Astrologers are often called upon to deal with birth times that may be off for variety of reasons. Godbout uses the example of a chart rectified for classical music composer Johannes Brahms.
The composer was born on May 7, 1883 in Hamburg, Germany. His birth time was listed as 3:30 a.m. in a Gauquelin file of French nobilities. But the chart didn’t work, Godbout explained.
“An analysis of Brahms personality traits and characteristics should have at least one occurrence of the words art and music prominently displayed with a relatively high score for such a great musician. But for the 3:30 a.m. time neither word scored high on the Mastro Expert-generated list of descriptive keywords, not even when midpoints were considered. Clearly the birth time was wrong,” he said.
Godbout used Mastro Expert to check out the timing and found a 3:45 a.m. birth time to be more realistic. Had Brahms actually been born at the 3:30 a.m. time, the composer would have probably chosen something else to do with his life. However, because he was born 15 minutes later at 3:45 a.m., his birth chart for this time more accurately describes and supports the ambitions and musical talents that defined him.
Not everyone has a published biography or, like Brahms, such clear and strong characteristics that must necessarily appear in an accurate personality portrait. When rectifying birth charts for these individuals the first step in the process involves getting to know them better. For Godbout, the rectification process begins with a questionnaire that asks respondents to grade their responses to a series of descriptive keywords on a five-point scale.
The questionnaire is generated and scored by Mastro Expert, and its length is predicated on the amount of birth time uncertainty that exists. Sometimes the parameters are closer; for example, when rectifying a recorded hospital birth time. Or the astrologer may be working with a birth time as it is remembered by the birth mother or another well-meaning relative or family friend.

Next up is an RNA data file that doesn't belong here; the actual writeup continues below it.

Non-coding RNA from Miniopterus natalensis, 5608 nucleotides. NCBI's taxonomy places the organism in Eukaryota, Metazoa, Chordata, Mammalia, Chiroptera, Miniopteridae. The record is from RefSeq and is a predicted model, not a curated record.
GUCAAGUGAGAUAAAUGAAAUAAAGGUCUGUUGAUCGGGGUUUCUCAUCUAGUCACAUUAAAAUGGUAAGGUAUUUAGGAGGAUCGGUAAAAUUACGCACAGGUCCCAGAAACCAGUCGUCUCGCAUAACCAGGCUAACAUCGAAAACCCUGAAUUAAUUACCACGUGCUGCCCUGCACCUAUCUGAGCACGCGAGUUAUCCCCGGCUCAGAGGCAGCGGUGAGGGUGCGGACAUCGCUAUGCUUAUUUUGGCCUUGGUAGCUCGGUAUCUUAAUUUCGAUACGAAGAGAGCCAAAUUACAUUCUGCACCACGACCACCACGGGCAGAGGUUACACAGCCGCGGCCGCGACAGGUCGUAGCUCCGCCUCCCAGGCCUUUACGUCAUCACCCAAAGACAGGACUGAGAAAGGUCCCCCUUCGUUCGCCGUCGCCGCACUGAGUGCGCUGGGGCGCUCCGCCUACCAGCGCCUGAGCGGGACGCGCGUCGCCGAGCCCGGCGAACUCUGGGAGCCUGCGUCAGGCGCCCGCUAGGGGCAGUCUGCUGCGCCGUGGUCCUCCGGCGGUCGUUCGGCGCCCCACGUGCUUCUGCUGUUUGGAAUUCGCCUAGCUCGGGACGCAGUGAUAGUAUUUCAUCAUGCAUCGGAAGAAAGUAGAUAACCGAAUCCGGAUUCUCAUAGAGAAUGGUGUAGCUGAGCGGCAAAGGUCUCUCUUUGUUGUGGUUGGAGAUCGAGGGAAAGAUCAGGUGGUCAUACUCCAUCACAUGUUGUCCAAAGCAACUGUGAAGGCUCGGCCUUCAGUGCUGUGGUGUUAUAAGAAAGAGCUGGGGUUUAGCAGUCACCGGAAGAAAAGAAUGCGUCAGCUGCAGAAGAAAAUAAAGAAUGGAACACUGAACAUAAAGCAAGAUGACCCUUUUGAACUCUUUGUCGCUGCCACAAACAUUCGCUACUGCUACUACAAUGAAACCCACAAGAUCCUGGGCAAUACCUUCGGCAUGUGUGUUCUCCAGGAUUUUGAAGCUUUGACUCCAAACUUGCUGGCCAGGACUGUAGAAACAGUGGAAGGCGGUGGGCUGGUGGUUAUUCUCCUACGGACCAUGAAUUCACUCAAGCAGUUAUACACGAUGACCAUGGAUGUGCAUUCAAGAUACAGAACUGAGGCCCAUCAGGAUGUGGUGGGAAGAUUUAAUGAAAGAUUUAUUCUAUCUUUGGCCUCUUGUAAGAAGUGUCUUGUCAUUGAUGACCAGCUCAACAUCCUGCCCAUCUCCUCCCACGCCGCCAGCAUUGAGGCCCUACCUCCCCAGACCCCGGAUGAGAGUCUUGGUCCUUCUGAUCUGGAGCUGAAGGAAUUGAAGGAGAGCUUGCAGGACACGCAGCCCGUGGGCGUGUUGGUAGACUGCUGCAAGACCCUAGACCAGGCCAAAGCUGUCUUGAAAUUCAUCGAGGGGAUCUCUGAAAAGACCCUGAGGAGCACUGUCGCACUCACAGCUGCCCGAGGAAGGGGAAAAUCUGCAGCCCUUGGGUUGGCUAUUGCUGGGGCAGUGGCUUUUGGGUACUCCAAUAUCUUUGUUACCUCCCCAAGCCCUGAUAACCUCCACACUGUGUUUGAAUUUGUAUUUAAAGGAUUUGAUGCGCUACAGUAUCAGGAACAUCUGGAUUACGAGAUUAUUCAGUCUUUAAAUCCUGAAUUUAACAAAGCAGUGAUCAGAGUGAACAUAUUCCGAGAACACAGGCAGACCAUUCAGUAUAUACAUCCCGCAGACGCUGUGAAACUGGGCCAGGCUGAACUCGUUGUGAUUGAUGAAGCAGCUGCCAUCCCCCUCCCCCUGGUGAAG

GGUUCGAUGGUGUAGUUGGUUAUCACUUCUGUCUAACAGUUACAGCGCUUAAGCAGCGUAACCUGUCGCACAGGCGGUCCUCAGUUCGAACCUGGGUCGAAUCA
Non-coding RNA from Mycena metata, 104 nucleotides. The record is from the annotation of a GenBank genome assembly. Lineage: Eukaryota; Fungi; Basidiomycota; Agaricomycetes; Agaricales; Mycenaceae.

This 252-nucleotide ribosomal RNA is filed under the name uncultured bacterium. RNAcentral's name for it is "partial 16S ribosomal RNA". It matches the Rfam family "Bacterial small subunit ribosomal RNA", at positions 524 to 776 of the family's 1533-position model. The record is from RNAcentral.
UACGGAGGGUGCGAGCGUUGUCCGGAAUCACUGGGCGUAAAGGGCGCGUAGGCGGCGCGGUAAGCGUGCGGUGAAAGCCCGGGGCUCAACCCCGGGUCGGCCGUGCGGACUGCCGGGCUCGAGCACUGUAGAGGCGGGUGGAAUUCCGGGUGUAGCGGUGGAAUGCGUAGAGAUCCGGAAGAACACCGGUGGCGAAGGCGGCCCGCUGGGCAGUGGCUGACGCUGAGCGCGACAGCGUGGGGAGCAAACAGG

As the computer pours through the mountain of data produced for the 1440 charts the emerging profiles start to perceptively change as the fast-moving Moon, and even faster moving chart angles, advance around the horoscope wheel. As they advance, the system produces and scores separate lists of character traits for every minute of the day.
Sequential progress is displayed on a curve that visually shows peaks and valleys rising and falling throughout the day. Mastro Expert presents all 1,440 possibilities in a graph that charts progress over the 24-hour period.
The research astrologer provides another example of the process in action, this time for the renowned painter Pablo Picasso whose reported birth time was 11:15 p.m. In this example (below) the most likely solution is shown by a peak at 11:23 p.m., which comes in first position among all the possibilities and is only eight minutes later than the reported time.
Click on graph above for greater clarity.
Godbout notes that the rectification system totally relies on the ability of Mastro Expert to produce accurate birth charts. The system relies on the insights of leading U.S., U.K., and Canadian astrologers and was put to the test in a matching experiment designed to determine if the software produced plausible personality profiles. Godbout compared 42 celebrity profiles produced by Mastro Expert with descriptive keywords for the same celebrities extracted from biographical sketches that published in Le Monde, a French newspaper.
“In an experiment like this there can be a lot of entropy (degradation). The published biographies are written by different people and character traits can be missed. Also, the Mastro Expert software depends on accurate birth data and errors do occur.
“But we were able to report statistically impressive results. Odds that the positive results we observed occurred by chance were calculated at about four in ten million which encouraged us to look at other possible applications for the technology,“ he said.